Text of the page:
German parliament spotlights Nazis’ LGBTQ victims for first time

The German parliament on Friday dedicated its annual Holocaust commemorations for the first time to people killed for their sexual or gender identity, and acknowledged decades of post-war persecution.

LGBT holocaust memorial
Wreaths laid in front of the Memorial to Homosexuals Persecuted Under Nazism in Berlin. Photo: STEFANIE LOOS / AFP

Campaigners worked for two decades to establish an official ceremony for LGBTQ victims of the Nazis, saying their experience had long been forgotten or marginalised.

Bärbel Bas, president of the Bundestag lower house, said queer survivors of the so-called Third Reich “long had to fight for recognition” of their

She noted that gay men were murdered, castrated or subjected to horrific “medical” experiments in concentration camps where they formed the “bottom rung of the prisoner hierarchy”.

READ ALSO: German parliament to commemorate LGBT victims of Nazis

Thousands of lesbians, transgender people and sex workers were branded “degenerates” and also imprisoned at the camps under brutal conditions.   

“We remember all people who were persecuted by the National Socialists – robbed, humiliated, marginalised, tortured and murdered,” Bas told the chamber of the glass-domed Reichstag building where Chancellor Olaf Scholz, his cabinet and MPs gathered.

Germany has officially marked International Holocaust Remembrance Day – the anniversary of Auschwitz’s liberation – since 1996 with a solemn ceremony at the Bundestag and commemorations across the country.

The event traditionally focuses on the Holocaust’s six million Jewish victims, although, at the first ceremony, then president Roman Herzog did also pay tribute to gay men and lesbians murdered under Adolf Hitler.

The Bundestag commemorates victims of the Holocaust.

The Bundestag commemorates victims of the Holocaust. Photo: picture alliance/dpa | Bernd von Jutrczenka

READ ALSO: LGBT Catholic officials stage mass coming-out in Germany

 ‘Living in hiding’

Dutch Jewish survivor Rozette Kats, 80, told the Bundestag that she welcomed the expansion of Germany’s culture of remembrance to include LGBTQ victims.

“If certain groups of victims are categorised as less worthy than others, it means Nazi ideology lives on,” said Kats, who lived out the Holocaust in hiding in Amsterdam while her parents were killed at Auschwitz.

Dani Dayan, chairman of Israel’s Yad Vashem Holocaust memorial, said that while Jews were the Nazis’ primary target, it was essential to recognise other groups.

“The Holocaust was an onslaught against humanity: LGBTQ individuals, Roma and Sinti, mentally disabled persons, but especially against the Jewish people,” he told AFP on a visit to Berlin this week.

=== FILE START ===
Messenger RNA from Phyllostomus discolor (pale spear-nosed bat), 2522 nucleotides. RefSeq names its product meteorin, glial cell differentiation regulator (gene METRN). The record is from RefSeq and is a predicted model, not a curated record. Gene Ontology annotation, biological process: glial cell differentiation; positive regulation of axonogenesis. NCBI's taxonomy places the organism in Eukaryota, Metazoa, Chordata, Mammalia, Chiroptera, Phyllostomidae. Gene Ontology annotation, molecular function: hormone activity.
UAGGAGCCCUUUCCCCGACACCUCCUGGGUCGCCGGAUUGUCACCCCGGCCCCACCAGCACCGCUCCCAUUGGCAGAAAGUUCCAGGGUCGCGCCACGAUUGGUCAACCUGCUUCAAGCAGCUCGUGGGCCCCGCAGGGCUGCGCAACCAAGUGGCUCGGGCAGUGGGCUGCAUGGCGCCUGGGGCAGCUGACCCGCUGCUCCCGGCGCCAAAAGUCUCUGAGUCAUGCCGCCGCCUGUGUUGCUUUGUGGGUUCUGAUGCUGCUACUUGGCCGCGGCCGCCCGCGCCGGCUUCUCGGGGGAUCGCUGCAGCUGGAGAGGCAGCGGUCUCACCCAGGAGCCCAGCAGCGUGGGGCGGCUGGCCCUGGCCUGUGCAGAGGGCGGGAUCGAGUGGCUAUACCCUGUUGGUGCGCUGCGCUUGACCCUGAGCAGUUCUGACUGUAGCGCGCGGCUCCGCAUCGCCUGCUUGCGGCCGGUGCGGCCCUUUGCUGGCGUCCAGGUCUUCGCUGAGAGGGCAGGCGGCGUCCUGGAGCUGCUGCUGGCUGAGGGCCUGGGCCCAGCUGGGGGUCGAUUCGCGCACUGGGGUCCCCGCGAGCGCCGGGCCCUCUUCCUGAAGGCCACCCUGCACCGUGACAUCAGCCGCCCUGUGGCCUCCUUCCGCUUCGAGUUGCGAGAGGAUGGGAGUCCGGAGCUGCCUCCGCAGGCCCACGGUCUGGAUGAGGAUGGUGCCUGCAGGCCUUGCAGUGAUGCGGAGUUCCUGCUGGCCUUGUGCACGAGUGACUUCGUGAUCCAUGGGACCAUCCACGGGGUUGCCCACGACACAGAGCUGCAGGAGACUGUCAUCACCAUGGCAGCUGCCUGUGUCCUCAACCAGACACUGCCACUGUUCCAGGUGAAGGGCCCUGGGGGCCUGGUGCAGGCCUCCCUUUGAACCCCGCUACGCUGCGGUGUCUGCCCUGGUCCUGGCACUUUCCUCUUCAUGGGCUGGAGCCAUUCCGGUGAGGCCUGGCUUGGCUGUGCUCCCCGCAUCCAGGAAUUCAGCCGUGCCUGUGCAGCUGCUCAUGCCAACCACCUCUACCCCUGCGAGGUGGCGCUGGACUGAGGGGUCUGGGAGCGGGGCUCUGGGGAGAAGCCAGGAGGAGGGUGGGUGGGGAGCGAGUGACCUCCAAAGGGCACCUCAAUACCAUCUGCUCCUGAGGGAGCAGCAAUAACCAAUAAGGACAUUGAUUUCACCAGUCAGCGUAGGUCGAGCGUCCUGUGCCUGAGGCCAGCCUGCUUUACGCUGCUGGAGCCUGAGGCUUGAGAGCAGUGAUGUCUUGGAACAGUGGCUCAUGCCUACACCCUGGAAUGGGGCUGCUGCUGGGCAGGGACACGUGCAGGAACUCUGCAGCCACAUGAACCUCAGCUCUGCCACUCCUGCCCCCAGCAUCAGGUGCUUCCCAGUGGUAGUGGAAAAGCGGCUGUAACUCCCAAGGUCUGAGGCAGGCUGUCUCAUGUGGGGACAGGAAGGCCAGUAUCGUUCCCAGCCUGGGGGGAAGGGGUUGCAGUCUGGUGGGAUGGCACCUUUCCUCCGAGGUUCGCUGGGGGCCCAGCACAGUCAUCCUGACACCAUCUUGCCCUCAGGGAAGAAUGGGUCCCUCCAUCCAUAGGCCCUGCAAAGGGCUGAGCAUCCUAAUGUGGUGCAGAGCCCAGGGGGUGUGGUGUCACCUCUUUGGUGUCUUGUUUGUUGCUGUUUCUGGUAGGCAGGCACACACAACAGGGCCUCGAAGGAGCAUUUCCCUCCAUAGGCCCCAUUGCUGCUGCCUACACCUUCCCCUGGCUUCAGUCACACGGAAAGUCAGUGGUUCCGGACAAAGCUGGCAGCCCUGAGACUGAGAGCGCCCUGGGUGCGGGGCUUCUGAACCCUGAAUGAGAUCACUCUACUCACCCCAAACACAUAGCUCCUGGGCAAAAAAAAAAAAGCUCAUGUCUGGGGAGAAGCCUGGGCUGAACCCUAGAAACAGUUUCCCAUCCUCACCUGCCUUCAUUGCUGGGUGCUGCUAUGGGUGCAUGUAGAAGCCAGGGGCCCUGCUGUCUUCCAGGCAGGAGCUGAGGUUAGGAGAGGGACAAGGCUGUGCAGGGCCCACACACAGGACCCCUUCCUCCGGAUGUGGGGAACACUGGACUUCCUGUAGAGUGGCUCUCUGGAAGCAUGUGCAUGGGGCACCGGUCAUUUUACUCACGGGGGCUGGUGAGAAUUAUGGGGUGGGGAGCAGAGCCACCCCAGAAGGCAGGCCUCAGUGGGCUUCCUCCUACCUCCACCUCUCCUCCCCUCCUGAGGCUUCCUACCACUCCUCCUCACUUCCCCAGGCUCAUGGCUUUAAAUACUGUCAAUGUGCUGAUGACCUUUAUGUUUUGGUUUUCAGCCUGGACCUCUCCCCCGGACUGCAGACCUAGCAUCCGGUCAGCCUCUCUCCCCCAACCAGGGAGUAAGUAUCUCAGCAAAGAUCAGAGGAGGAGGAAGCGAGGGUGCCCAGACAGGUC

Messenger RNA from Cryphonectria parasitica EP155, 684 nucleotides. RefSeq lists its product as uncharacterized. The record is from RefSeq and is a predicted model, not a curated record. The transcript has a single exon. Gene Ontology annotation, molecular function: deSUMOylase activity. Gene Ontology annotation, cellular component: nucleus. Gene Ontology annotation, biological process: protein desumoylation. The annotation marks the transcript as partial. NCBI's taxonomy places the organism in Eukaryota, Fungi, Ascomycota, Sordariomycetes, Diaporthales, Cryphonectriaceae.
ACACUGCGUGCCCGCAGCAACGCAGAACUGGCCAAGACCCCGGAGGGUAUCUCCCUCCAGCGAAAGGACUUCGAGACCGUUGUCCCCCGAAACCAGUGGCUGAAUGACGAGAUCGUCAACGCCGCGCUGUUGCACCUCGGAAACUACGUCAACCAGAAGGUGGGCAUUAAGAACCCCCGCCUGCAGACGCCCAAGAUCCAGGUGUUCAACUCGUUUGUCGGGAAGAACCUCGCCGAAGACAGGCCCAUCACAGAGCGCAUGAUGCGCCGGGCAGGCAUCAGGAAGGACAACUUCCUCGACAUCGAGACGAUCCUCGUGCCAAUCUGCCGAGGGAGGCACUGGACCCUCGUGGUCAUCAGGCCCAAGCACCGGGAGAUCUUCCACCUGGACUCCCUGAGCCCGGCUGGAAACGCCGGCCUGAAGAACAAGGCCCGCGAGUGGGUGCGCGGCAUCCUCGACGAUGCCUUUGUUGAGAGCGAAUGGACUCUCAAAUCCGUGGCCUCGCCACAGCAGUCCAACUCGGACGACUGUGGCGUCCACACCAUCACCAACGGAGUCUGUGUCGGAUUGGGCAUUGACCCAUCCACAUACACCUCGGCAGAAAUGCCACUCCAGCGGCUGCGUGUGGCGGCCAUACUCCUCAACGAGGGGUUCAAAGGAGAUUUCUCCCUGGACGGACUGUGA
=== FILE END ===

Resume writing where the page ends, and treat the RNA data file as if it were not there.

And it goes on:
“We respect and we honour all the victims.”

Actors read out the stories of Mary Puenjer, a lesbian from Hamburg who was gassed at the Ravensbrueck camp in 1942, and Karl Gorath, a gay man who survived Auschwitz only to be sentenced again for homosexuality in West Germany by the same judge who convicted him during the Nazi period.

Klaus Schirdewahn, who was found guilty in West Germany in 1964 of a sexual relationship with another man under a Nazi-era law still on the books, spoke of the shame he endured for most of his life.

“I am doing all I can so that our history will not be forgotten, especially at a time when the queer community is again facing hostility worldwide and also in Germany,” said Schirdewahn, 75.

Pink triangle

Section 175 of Germany’s penal code dating from 1871 outlawed sex between men.

For years it was rarely enforced and cities such as Berlin during the Weimar Republic had a thriving LGBTQ scene until the Nazis came to power.

In 1935 the Nazis toughened the law to carry a sentence of 10 years of forced labour.

Some 57,000 men were imprisoned, while between 6,000 and 10,000 were sent to concentration camps and given uniforms emblazoned with a pink triangle designating their sexuality.

Historians say between 3,000 and 10,000 gay men and an unknown number of lesbians and transgender people were killed or died of mistreatment.

Bas said it was a “disgrace” that queer people still faced state persecution after the war.

“By the time there were reparations, many (victims) were no longer alive,” she told AFP.

Section 175 was finally dropped from the penal code in East Germany in 1968. In West Germany, it reverted to the pre-Nazi era version in 1969 and was only fully repealed in 1994.

In 2017, parliament voted to quash the convictions of 50,000 gay men sentenced for homosexuality and offered compensation to victims.

Henny Engels of the German Lesbian and Gay Association rights group called Friday’s commemoration an “important symbol of recognition” of “the suffering and the dignity of the imprisoned, tortured and murdered victims”.

By Deborah Cole